We’re all heroes now

Whether we like it or not.

Campbell’s iconic structure covers a compelling sequence, starting in the “ordinary world”, a call to adventure and departure on a difficult Journey. Along the way our hero meets a mentor, who changes our her understanding of the world which leads her in to a road of trials, in unfamiliar and frightening surroundings and inevitably to “a long dark night of the soul” where all seems lost. However, in meeting the challenge, she discovers what she needs, and overcomes the odds. She then has a decision to make- to stay where she is, enjoying the fruits of here courage, or to take the secret back to the ordinary world.

Most of us will recognise that our ordinary world, where we understood the rules, our position and could plan is well behind us.

We need mentors. They are not our normal leaders, they are those who care for you and your potential for genius. They are out there.

We find ourselves on a road of trials, and for many, where we are right now seems like a long dark night of the soul.

We can’t go back to the ordinary world. It doesn’t want us and we have nothing to give it, until we find our way forward through the current difficulties.

That’s our job right now. Individually and collectively. To embrace the frightening, the uncertain; to tame it and use it.

In our own worlds, right now, we have no choice other than to be a hero. Those around you, who share what matters to you, need nothing less

Gradually, then Suddenly

“How did you go bankrupt?
Two ways. Gradually, then Suddenly.”

Ernest Hemingway. The Sun Also Rises

Any of us who have been involved in a failed venture will identify with this. Things happen at the edges, small at first. They happen in several areas, still small, but becoming slightly bigger and more numerous. None big enough to be a crisis in their own right, because we have other things, “noisier” issues to attend to.

Promises and assurances from partners and suppliers (particularly Banks, as they position you as carrion) suddenly evaporate.

Then, we have a “Suddenly” moment. Obvious in retrospect, but almost sneaky in the moment.

The lesson, once learned, is obvious. It isn’t the noise that will kill the project, it’s the quiet insidious intrusion of calculated self interest. For those with practice, it’s part of the game. For those new to it, a surprise.

The same is true for most areas; Business, Politics, Careers. The signals are there long before the event eventually manifests.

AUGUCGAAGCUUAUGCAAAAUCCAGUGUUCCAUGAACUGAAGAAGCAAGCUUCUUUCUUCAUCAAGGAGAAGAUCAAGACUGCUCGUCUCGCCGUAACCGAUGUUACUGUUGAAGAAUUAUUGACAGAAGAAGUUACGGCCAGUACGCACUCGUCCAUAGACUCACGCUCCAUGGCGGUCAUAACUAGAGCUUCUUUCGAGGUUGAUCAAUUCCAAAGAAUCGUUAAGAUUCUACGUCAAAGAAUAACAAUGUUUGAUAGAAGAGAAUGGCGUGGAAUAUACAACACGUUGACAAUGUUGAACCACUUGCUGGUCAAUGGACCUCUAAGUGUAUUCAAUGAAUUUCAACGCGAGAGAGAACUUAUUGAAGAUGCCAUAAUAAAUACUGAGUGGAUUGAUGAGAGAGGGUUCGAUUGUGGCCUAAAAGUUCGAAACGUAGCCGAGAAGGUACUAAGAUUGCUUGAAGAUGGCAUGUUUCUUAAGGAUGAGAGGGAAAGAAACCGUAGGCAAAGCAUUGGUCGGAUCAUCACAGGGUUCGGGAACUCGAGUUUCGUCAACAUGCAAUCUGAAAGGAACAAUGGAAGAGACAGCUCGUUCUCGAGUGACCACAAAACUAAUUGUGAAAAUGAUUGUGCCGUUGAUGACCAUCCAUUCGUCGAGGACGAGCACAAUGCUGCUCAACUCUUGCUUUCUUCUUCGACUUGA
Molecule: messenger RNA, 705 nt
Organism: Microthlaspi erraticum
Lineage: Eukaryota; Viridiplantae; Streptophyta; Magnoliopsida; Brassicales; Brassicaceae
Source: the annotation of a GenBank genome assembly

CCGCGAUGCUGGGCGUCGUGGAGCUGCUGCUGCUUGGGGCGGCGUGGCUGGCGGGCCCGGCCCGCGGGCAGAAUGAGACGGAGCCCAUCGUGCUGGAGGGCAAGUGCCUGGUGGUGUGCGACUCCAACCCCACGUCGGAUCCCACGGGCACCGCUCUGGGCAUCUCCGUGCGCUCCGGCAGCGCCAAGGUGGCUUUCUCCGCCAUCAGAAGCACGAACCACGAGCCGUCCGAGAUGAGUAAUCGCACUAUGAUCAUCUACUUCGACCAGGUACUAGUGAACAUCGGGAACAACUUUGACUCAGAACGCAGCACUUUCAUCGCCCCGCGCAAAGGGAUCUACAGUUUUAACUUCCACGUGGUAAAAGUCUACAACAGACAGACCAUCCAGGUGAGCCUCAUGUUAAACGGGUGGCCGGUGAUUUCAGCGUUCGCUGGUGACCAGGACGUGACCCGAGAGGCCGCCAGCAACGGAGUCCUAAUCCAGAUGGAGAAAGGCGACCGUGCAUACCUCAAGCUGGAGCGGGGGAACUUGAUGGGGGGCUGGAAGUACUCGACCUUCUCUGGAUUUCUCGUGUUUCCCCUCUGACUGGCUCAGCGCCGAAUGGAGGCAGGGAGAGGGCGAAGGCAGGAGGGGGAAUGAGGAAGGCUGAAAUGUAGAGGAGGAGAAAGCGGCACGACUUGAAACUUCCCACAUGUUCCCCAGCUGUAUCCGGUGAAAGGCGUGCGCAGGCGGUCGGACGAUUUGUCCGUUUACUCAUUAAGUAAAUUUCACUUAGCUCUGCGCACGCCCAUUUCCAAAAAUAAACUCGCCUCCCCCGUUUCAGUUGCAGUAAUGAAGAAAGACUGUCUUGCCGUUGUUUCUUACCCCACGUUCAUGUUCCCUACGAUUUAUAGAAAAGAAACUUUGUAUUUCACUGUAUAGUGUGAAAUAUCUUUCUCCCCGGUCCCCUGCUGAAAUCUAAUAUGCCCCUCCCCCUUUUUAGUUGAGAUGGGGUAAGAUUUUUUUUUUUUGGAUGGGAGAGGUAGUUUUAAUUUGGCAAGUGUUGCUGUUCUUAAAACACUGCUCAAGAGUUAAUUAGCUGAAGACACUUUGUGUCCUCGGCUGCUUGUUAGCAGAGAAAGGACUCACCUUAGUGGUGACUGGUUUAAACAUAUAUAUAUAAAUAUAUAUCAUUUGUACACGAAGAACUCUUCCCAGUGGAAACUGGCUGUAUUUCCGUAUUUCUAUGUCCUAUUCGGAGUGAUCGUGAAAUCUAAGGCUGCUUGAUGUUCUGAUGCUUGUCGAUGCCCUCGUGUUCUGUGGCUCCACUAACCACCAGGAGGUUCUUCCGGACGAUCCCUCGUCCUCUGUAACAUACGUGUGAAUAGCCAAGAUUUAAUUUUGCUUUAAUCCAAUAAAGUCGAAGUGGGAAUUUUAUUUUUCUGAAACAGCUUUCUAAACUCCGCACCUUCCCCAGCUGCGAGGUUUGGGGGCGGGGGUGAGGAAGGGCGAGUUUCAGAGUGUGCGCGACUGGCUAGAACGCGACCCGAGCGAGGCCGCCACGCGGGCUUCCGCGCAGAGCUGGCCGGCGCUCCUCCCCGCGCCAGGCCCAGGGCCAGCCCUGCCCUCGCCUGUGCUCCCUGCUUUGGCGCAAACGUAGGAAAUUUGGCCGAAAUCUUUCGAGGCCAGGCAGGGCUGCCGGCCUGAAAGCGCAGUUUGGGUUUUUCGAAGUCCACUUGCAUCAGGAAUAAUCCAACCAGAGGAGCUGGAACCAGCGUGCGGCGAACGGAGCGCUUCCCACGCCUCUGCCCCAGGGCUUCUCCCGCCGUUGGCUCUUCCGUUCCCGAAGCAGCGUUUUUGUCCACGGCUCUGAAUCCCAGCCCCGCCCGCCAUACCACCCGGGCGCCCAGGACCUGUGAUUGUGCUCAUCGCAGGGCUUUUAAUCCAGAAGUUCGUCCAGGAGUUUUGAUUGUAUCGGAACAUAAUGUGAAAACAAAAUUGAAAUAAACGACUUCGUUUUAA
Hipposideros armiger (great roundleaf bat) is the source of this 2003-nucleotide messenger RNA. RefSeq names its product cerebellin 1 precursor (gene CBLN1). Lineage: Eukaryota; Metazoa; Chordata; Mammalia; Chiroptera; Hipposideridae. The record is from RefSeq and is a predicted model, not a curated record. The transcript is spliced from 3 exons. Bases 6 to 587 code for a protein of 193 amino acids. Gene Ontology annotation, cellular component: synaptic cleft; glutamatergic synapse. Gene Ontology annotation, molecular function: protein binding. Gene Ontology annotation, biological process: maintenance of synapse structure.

What’s interesting right now is that we are facing the challenge simultaneously on several fronts, all of them interdependent.

Business, Climate, Politics. All of these have been exhibiting signal for a while-decades in some cases.

I’m an optimist. This has been coming for a while, and is probably as necessary as it will be uncomfortable.

The “Suddenlies” will test our values, our purpose and our relationships, as well as determination to come out of this change stronger.

We will be presented with choices. We need, individually and collectively, to make good ones.

Old Game, New Rules

For just about all of my working life, over four decades, organisations have held sway. They had the resources, the status, the networks and the power. When I left university, the conventional wisdom was to look for the “solid organisation”.

That makes it quite strange to suddenly realise that it’s changed. Quite disconcerting really, like the transition from winter to spring. One minute snow and Aga, and what seems like a few minutes later, shorts and grass mowing.

Organisations no longer hold sway. People do. It’s no longer about who you join, it’s who you travel with.

That makes for really new rules. Not adaptation. More like revolution.

Individuals can cope with this far better than organisations. Organisations want stasis, certainty, or at least change on their terms. It rarely works. Most change initiatives fail, and those that succeed rarely do more than keep them in the game.

I believe that means we need to reboot. The realisation that the organisation cannot look after us, for anything other than the shortest of terms, is disconcerting. It’s not that the organisation is malign (though I can think of several exceptions) it’s just that they are not capable. Culturally, structurally, spiritually. They have been designed to make money, and that is no longer enough.

We are in the age of the connected individual. Some of them, the Musks, Bransons, Rhen Zengfeis’, combine connection with capital to create new entities. Others combine connection with politics to develop power. Others combine connection with influence, from the mundane stuff of social media to the dark side of insurgency.

Some, do all three.

I think it creates an uncomfortable imperative for us. If we cannot belong to an organisation, what do we belong to? To what are we “hefted”? What, when all around us is uncertain, matters? Do we have a compass to guide us?

Then, do we have a community who we support, and who will support us? People at our shoulders?

If we do, then are as potentially powerful as anyone else, and we can make a difference to something that matters. If we don’t, we are in danger of becoming refugees, looking for somebody to help us.

It’s uncomfortable, but right now, inevitable.

The infinite game of business remains unchanged. The finite game of traditional organisations is melting beneath our feet.